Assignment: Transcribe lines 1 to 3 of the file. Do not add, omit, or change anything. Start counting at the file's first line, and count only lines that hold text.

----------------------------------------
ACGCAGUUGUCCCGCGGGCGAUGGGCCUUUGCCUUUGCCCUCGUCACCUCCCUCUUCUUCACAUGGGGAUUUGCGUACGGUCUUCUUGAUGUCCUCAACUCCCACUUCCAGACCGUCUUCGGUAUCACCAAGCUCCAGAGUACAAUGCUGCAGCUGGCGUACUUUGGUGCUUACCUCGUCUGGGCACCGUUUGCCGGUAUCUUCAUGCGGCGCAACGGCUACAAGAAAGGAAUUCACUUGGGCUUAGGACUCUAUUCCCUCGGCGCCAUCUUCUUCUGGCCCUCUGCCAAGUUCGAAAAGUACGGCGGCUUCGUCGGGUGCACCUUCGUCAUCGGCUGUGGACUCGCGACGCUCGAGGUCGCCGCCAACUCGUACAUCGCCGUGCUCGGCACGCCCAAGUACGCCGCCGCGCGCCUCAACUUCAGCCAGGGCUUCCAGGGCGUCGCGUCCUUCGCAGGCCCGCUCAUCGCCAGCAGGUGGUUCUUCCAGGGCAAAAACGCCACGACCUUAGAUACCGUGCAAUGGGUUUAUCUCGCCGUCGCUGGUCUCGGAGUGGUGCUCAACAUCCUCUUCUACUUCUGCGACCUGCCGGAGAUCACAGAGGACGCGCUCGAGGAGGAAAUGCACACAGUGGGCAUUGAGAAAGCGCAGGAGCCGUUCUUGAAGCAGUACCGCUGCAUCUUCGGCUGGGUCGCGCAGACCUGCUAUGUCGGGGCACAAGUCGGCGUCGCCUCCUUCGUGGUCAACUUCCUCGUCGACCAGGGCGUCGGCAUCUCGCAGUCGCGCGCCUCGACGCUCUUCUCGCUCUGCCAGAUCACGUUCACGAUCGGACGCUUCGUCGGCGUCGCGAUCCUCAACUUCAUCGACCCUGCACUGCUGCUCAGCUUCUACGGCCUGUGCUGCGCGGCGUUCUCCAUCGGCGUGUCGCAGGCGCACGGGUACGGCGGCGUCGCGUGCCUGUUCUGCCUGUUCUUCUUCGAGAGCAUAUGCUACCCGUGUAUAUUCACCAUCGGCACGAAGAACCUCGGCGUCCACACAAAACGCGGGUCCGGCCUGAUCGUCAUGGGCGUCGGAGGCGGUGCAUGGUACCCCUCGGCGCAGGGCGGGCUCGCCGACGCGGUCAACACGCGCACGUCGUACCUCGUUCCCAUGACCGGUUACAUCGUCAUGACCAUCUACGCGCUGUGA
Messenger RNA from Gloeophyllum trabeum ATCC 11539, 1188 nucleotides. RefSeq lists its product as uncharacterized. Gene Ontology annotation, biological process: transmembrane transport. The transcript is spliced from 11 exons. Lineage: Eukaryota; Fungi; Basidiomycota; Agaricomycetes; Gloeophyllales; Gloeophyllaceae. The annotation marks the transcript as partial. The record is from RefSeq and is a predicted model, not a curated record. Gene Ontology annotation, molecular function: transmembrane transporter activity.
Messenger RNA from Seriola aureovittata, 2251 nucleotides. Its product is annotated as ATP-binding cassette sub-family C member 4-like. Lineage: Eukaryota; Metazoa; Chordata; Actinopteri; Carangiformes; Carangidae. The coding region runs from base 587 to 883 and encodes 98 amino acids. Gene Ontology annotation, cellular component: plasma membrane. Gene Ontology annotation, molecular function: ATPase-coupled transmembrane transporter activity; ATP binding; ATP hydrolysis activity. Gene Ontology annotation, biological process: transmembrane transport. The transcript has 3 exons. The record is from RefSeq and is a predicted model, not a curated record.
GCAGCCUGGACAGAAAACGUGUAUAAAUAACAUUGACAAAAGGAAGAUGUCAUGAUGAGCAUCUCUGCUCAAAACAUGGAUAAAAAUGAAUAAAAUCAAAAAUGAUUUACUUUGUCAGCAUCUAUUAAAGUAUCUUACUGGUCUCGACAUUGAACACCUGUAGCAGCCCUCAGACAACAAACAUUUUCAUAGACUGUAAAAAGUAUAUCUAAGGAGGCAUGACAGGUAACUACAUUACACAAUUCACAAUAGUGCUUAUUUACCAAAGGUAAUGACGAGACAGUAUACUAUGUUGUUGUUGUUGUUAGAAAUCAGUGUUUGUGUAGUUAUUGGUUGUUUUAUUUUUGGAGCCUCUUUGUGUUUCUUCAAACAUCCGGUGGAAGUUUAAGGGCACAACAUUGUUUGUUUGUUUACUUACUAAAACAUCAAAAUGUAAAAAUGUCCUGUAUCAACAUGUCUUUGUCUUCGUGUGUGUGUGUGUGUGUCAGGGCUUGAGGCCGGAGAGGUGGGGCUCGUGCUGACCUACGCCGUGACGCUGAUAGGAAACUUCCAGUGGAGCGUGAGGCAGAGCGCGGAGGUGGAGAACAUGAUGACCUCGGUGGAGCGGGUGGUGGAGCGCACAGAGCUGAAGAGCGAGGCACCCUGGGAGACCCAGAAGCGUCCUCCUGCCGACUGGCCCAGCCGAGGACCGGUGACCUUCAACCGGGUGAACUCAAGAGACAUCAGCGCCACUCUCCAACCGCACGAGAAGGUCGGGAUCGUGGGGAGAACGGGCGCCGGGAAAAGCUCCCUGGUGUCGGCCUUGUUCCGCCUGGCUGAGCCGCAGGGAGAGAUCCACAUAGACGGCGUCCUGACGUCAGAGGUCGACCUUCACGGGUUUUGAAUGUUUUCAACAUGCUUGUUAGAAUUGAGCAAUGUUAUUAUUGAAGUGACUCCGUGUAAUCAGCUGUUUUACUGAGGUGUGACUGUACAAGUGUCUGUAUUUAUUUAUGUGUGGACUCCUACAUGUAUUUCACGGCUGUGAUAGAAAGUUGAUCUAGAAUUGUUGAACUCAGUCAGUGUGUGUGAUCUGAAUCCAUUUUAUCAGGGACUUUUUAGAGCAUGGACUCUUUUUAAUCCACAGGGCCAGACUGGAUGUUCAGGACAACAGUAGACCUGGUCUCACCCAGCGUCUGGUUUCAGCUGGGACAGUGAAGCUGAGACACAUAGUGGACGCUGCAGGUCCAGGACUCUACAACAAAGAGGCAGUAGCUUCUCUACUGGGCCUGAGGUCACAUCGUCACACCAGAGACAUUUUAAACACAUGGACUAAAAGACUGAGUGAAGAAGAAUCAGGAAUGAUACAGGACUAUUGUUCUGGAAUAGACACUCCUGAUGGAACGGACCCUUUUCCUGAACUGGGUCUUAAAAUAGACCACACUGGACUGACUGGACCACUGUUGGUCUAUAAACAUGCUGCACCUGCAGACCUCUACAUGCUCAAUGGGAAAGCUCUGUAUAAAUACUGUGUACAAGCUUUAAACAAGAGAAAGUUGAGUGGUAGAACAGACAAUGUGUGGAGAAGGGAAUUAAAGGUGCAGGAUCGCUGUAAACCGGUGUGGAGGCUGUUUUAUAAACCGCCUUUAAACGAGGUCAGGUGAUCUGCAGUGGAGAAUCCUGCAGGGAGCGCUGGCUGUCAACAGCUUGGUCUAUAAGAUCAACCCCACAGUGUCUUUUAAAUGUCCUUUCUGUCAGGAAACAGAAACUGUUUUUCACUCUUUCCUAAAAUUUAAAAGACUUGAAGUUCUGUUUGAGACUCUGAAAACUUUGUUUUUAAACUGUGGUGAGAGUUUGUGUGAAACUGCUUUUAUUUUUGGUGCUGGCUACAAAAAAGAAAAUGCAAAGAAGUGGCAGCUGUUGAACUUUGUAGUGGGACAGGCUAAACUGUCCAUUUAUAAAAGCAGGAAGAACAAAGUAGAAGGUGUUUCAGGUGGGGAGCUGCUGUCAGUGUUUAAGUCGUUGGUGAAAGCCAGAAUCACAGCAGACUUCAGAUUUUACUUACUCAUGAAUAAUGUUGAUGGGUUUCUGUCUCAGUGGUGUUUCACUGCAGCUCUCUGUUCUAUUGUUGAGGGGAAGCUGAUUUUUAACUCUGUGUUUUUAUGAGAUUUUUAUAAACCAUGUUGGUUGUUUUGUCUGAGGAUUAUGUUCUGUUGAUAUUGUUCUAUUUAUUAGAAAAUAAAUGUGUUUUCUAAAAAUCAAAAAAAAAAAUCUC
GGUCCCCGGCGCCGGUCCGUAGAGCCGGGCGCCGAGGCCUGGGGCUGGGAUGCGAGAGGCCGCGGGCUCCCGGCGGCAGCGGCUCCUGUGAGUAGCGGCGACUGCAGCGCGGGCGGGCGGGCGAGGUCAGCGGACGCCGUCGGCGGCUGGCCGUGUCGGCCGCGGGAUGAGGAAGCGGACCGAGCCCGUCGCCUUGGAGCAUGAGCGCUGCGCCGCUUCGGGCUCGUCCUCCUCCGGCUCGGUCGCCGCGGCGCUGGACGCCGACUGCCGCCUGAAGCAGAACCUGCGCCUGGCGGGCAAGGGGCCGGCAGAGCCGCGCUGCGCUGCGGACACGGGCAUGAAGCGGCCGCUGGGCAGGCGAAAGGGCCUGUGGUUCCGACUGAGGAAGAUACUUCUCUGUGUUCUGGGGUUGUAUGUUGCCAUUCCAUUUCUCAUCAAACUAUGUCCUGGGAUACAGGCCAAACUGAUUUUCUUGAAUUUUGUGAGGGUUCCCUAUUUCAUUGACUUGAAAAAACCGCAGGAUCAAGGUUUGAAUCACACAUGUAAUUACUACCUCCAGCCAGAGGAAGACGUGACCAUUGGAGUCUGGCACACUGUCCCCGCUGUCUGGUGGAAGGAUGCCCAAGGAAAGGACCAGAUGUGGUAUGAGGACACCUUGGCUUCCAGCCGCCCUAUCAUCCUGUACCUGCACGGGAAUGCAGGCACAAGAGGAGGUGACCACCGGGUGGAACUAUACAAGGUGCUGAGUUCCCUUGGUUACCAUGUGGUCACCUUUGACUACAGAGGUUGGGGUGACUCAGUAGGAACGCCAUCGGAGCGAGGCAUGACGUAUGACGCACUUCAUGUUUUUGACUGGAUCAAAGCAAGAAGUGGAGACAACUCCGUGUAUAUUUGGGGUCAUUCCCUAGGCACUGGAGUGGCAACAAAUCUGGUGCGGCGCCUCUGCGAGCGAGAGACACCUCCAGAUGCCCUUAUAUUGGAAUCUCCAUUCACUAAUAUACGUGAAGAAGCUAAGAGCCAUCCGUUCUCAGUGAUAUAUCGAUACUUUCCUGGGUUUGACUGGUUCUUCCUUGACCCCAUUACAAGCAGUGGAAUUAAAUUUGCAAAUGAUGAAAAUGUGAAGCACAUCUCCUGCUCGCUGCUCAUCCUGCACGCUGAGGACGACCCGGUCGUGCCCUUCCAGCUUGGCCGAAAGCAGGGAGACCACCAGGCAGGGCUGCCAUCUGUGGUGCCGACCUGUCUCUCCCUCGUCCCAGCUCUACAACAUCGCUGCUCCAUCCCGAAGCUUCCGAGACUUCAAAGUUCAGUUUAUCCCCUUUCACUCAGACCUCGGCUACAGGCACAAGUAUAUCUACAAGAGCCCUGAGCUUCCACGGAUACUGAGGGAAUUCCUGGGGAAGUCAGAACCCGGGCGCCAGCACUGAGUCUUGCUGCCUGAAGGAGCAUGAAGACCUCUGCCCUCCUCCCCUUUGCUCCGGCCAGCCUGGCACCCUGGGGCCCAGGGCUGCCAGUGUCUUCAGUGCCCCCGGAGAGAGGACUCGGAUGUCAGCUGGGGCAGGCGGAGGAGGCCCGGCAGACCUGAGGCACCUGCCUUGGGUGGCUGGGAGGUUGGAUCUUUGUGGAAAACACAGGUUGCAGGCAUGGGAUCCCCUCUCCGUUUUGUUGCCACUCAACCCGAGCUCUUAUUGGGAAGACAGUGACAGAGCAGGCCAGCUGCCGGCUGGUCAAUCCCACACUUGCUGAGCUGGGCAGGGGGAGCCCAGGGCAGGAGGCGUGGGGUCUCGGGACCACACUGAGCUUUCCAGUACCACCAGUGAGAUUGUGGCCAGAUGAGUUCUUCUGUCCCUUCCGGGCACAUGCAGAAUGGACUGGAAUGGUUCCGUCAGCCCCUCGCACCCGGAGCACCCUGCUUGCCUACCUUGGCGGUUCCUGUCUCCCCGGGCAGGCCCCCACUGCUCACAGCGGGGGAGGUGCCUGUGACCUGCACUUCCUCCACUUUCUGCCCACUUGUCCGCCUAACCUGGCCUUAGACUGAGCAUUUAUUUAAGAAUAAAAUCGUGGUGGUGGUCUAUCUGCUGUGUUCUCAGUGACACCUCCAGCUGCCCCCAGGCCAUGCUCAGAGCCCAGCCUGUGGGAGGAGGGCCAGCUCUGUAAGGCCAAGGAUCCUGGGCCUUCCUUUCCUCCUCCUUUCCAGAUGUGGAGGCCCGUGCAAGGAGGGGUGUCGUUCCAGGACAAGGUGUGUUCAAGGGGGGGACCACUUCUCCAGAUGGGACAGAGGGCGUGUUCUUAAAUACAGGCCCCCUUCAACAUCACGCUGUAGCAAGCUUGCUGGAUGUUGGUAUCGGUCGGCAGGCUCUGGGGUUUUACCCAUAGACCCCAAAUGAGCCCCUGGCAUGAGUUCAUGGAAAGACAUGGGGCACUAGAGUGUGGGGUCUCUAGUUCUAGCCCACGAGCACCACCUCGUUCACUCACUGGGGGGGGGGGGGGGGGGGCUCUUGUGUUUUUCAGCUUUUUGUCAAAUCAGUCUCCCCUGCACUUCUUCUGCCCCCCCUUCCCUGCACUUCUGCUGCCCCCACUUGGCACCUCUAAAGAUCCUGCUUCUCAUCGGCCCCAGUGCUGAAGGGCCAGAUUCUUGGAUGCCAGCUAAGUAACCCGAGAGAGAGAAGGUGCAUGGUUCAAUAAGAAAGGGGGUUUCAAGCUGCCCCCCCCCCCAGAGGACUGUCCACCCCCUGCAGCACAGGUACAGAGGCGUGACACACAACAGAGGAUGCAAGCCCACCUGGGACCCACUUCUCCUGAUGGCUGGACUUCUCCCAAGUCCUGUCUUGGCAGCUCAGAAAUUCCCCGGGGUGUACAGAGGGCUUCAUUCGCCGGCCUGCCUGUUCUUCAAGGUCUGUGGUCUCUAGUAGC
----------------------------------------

ACGCAGUUGUCCCGCGGGCGAUGGGCCUUUGCCUUUGCCCUCGUCACCUCCCUCUUCUUCACAUGGGGAUUUGCGUACGGUCUUCUUGAUGUCCUCAACUCCCACUUCCAGACCGUCUUCGGUAUCACCAAGCUCCAGAGUACAAUGCUGCAGCUGGCGUACUUUGGUGCUUACCUCGUCUGGGCACCGUUUGCCGGUAUCUUCAUGCGGCGCAACGGCUACAAGAAAGGAAUUCACUUGGGCUUAGGACUCUAUUCCCUCGGCGCCAUCUUCUUCUGGCCCUCUGCCAAGUUCGAAAAGUACGGCGGCUUCGUCGGGUGCACCUUCGUCAUCGGCUGUGGACUCGCGACGCUCGAGGUCGCCGCCAACUCGUACAUCGCCGUGCUCGGCACGCCCAAGUACGCCGCCGCGCGCCUCAACUUCAGCCAGGGCUUCCAGGGCGUCGCGUCCUUCGCAGGCCCGCUCAUCGCCAGCAGGUGGUUCUUCCAGGGCAAAAACGCCACGACCUUAGAUACCGUGCAAUGGGUUUAUCUCGCCGUCGCUGGUCUCGGAGUGGUGCUCAACAUCCUCUUCUACUUCUGCGACCUGCCGGAGAUCACAGAGGACGCGCUCGAGGAGGAAAUGCACACAGUGGGCAUUGAGAAAGCGCAGGAGCCGUUCUUGAAGCAGUACCGCUGCAUCUUCGGCUGGGUCGCGCAGACCUGCUAUGUCGGGGCACAAGUCGGCGUCGCCUCCUUCGUGGUCAACUUCCUCGUCGACCAGGGCGUCGGCAUCUCGCAGUCGCGCGCCUCGACGCUCUUCUCGCUCUGCCAGAUCACGUUCACGAUCGGACGCUUCGUCGGCGUCGCGAUCCUCAACUUCAUCGACCCUGCACUGCUGCUCAGCUUCUACGGCCUGUGCUGCGCGGCGUUCUCCAUCGGCGUGUCGCAGGCGCACGGGUACGGCGGCGUCGCGUGCCUGUUCUGCCUGUUCUUCUUCGAGAGCAUAUGCUACCCGUGUAUAUUCACCAUCGGCACGAAGAACCUCGGCGUCCACACAAAACGCGGGUCCGGCCUGAUCGUCAUGGGCGUCGGAGGCGGUGCAUGGUACCCCUCGGCGCAGGGCGGGCUCGCCGACGCGGUCAACACGCGCACGUCGUACCUCGUUCCCAUGACCGGUUACAUCGUCAUGACCAUCUACGCGCUGUGA
Messenger RNA from Gloeophyllum trabeum ATCC 11539, 1188 nucleotides. RefSeq lists its product as uncharacterized. Gene Ontology annotation, biological process: transmembrane transport. The transcript is spliced from 11 exons. Lineage: Eukaryota; Fungi; Basidiomycota; Agaricomycetes; Gloeophyllales; Gloeophyllaceae. The annotation marks the transcript as partial. The record is from RefSeq and is a predicted model, not a curated record. Gene Ontology annotation, molecular function: transmembrane transporter activity.
Messenger RNA from Seriola aureovittata, 2251 nucleotides. Its product is annotated as ATP-binding cassette sub-family C member 4-like. Lineage: Eukaryota; Metazoa; Chordata; Actinopteri; Carangiformes; Carangidae. The coding region runs from base 587 to 883 and encodes 98 amino acids. Gene Ontology annotation, cellular component: plasma membrane. Gene Ontology annotation, molecular function: ATPase-coupled transmembrane transporter activity; ATP binding; ATP hydrolysis activity. Gene Ontology annotation, biological process: transmembrane transport. The transcript has 3 exons. The record is from RefSeq and is a predicted model, not a curated record.